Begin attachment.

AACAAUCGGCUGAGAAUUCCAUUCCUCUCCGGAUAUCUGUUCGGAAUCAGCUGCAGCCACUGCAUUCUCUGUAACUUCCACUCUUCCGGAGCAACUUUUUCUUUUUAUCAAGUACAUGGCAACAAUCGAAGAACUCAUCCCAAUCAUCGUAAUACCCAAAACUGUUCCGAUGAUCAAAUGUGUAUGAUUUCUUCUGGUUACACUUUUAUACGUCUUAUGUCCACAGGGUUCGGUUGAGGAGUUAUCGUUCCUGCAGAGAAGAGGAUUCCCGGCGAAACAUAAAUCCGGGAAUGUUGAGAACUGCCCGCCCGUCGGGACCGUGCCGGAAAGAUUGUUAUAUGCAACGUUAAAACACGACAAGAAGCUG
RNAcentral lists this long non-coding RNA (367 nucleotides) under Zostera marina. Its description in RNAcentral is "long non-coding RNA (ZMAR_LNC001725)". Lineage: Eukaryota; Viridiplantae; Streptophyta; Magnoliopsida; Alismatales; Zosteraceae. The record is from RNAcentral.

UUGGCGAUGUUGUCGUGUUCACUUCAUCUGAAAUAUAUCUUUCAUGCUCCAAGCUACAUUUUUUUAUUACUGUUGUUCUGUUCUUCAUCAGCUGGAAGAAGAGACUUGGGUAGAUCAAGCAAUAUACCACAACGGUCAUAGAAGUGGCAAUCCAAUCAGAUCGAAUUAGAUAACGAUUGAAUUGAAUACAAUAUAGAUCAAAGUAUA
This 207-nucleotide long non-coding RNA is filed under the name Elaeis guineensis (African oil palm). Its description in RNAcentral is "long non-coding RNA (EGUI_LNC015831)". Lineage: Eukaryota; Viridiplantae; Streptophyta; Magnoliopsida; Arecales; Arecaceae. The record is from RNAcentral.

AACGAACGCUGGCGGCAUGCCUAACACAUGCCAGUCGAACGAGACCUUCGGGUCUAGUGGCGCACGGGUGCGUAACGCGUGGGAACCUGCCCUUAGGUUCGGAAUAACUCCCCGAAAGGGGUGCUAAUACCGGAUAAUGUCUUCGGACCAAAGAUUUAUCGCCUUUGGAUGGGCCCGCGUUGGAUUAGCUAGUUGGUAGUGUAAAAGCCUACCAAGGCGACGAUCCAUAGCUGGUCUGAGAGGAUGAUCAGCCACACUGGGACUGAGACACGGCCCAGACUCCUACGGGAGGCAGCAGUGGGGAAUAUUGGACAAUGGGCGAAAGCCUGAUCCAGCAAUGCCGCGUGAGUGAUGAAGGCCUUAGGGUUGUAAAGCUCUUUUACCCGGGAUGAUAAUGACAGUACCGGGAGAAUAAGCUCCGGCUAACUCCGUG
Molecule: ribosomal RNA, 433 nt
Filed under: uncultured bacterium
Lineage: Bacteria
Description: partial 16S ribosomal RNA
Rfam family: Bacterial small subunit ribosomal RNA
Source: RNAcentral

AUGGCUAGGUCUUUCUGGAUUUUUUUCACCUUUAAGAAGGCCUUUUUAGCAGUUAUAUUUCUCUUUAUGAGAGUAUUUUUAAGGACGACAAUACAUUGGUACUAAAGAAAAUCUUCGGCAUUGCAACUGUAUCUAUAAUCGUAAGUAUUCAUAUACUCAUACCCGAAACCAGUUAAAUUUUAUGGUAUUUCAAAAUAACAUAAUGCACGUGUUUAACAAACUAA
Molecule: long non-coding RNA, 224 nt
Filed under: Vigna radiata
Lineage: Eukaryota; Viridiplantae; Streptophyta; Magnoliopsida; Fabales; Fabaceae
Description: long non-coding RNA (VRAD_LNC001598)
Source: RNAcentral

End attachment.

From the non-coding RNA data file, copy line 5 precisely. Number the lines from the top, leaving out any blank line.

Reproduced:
AACGAACGCUGGCGGCAUGCCUAACACAUGCCAGUCGAACGAGACCUUCGGGUCUAGUGGCGCACGGGUGCGUAACGCGUGGGAACCUGCCCUUAGGUUCGGAAUAACUCCCCGAAAGGGGUGCUAAUACCGGAUAAUGUCUUCGGACCAAAGAUUUAUCGCCUUUGGAUGGGCCCGCGUUGGAUUAGCUAGUUGGUAGUGUAAAAGCCUACCAAGGCGACGAUCCAUAGCUGGUCUGAGAGGAUGAUCAGCCACACUGGGACUGAGACACGGCCCAGACUCCUACGGGAGGCAGCAGUGGGGAAUAUUGGACAAUGGGCGAAAGCCUGAUCCAGCAAUGCCGCGUGAGUGAUGAAGGCCUUAGGGUUGUAAAGCUCUUUUACCCGGGAUGAUAAUGACAGUACCGGGAGAAUAAGCUCCGGCUAACUCCGUG